This article was first published on 8th June

Annual Management Charge (‘AMC’)

The AMC is the fee taken by the manager of your fund or unit trust. It is expressed as a percentage of the value of the fund, calculated daily and deducted automatically from the value of the fund. You probably won’t notice it reducing your wealth unless the investment performance of the fund is poor. For example, if the value of your investment falls by 2% then part of this may be investment losses but part of it will be the fees that the manager has charged.

The typical AMC for an actively managed fund investing in shares used to be 1.5% per annum. However, this practice obscured the fact that the manager paid some of the AMC as a “kick-back” to financial advisers, brokers or investment platforms for introducing customers.

The Financial Conduct Authority (FCA) banned this practice from April 2014.

Managers, advisers, brokers and platforms are now required to disclose separately the fees they take (see Investment Platform fees, below).

The ‘clean’ AMC for actively managed funds now averages 0.75%. If you invest in passively managed or index-tracking funds the average AMC is around 0.1%.

Other charges and costs

If you invest in a fund, you gain immediate exposure to the shares of many companies instead of having to buy them one-by-one. However, there are some charges incurred by funds – for example, legal fees, audit fees and printing of annual reports etc – that you would not incur if investing directly yourself.

On average, these amount to around 0.1% per annum.

I think this is a reasonable price to pay for diversification. But, beware investing in funds at launch and small funds generally. In this case, when expressed as a percentage of a small fund value, the affect of such charges can be significant.

Funds also incur trading costs whenever they buy and sell shares. A recent Which report concluded these could be as high as 1.8% per annum if the manager changed investments frequently. If this is true, I suggest you avoid managers who trade too often.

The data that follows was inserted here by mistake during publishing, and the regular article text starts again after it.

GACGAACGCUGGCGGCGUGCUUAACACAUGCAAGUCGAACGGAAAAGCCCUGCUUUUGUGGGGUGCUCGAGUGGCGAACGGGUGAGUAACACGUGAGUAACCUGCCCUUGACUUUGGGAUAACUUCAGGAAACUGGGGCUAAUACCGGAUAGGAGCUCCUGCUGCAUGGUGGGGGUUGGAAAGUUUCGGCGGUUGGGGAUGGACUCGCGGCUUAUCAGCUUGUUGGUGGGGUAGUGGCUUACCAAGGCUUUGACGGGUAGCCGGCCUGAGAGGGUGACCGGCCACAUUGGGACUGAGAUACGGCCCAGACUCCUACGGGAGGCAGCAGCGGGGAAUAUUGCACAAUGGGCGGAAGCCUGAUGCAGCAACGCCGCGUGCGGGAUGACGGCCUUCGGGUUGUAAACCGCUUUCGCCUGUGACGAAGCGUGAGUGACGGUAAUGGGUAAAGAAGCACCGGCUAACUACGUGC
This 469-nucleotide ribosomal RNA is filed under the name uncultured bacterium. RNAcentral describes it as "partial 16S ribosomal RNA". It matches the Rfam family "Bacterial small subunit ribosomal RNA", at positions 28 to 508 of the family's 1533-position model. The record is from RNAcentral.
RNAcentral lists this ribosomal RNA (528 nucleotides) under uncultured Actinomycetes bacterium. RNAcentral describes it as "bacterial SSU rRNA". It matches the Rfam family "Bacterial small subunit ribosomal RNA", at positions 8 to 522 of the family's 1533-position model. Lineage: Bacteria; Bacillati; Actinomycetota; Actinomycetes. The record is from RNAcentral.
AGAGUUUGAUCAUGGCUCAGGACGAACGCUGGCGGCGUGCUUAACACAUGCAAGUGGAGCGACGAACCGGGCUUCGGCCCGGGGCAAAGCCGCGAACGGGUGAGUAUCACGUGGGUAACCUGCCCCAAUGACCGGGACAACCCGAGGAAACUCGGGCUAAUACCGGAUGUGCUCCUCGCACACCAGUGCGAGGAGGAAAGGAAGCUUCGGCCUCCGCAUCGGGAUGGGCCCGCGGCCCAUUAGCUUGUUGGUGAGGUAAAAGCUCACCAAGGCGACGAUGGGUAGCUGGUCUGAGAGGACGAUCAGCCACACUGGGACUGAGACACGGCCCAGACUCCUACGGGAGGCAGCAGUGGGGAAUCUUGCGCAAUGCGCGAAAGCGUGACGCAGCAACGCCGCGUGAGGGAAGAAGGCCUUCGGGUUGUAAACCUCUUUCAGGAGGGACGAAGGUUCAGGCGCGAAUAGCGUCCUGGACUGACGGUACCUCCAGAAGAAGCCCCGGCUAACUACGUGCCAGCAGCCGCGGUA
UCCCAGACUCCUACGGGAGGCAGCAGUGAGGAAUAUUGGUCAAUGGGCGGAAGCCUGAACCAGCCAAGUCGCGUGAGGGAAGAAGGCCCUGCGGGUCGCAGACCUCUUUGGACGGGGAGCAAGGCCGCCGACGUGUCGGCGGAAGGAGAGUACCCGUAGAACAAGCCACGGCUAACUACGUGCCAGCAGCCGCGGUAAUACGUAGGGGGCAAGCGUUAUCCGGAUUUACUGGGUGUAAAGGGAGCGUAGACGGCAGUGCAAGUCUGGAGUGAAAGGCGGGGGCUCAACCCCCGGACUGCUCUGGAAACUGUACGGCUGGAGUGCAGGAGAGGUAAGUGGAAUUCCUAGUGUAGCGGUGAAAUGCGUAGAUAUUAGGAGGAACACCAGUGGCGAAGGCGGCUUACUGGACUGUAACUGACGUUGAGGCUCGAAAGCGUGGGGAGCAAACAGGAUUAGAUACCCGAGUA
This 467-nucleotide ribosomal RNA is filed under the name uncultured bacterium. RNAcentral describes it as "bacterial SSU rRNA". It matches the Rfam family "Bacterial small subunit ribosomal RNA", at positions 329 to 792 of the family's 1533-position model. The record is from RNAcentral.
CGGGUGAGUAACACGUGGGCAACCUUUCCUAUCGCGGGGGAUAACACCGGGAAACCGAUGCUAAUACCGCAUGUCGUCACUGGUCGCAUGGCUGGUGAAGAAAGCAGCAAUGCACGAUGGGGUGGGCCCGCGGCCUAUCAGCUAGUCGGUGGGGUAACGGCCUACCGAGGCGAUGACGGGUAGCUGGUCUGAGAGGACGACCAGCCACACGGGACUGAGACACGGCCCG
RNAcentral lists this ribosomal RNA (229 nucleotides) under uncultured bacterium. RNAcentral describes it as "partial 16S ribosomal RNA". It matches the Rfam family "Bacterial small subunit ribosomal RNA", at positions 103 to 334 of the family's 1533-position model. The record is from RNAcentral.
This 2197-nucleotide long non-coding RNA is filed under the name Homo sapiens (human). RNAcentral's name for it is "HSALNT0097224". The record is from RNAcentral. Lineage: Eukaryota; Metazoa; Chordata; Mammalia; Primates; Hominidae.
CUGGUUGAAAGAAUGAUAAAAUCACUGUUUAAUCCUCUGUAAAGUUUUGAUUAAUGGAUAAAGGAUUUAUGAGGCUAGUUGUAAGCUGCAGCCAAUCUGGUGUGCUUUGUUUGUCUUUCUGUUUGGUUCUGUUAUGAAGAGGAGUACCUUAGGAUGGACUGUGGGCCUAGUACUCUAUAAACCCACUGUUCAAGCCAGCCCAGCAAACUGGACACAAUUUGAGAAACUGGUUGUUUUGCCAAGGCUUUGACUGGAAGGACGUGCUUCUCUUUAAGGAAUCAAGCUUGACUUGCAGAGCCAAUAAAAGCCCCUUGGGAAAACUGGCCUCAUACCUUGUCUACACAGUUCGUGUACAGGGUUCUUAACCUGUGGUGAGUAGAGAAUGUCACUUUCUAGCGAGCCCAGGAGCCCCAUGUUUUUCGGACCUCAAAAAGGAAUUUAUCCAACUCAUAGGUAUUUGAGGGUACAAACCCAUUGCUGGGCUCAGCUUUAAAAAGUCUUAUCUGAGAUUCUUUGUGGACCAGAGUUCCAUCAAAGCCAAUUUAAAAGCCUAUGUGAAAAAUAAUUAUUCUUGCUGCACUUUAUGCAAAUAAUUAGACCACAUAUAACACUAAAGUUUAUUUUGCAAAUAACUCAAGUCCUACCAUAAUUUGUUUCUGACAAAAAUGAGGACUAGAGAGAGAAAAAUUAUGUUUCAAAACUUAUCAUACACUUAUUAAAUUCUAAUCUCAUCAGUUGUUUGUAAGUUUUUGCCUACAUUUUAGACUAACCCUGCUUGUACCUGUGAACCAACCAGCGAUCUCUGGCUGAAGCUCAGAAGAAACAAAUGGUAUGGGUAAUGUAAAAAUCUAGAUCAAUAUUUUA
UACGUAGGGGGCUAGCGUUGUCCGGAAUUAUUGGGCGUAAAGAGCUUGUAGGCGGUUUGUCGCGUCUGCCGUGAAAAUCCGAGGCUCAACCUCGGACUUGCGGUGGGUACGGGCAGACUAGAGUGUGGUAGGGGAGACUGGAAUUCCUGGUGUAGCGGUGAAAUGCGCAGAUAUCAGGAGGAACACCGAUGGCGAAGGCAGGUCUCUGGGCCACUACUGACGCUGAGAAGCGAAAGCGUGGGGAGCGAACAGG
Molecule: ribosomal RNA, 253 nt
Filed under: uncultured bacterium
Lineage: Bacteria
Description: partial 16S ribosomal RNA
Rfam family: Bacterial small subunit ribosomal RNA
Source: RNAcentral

Most passive or index-tracking managers – e.g. LGIM, Vanguard, Blackrock – aim to match the performance of the stock market after all costs including trading have been deducted. Check their historical performance to see if they have achieved this!

Some active managers buy and hold shares for the long term and rarely trade – this can benefit their long term performance.

Investment Platform Fees

There are thousands of funds available for investment in the UK and over 100 managers. In recent years, brokers, investment houses and pure technology companies have established independent web-based ‘portals’ or ‘investment platforms’ to facilitate the buying and selling of these funds. You may be using one if you have a self-invested pension plan (SIPP), ISA or other share portfolio. And, if you delegate to an independent financial adviser they will almost certainly invest your money via an investment platform.

Investment platforms charge a combination of a fund administration fee for funds, an annual management fee for shares and other investments and a brokerage fee for buying and selling shares and other securities.

The fees vary considerably and depend on the size of your portfolio, whether you invest in funds, shares or a combination of funds and shares and how often you change your investments.

For a £100,000 portfolio, fees can vary from £100 (0.1%) to £400 (0.4%) per annum depending on the platform you choose.

Note: if you subscribe to Which, search for their very good and up to date comparison of investment platforms and their fees.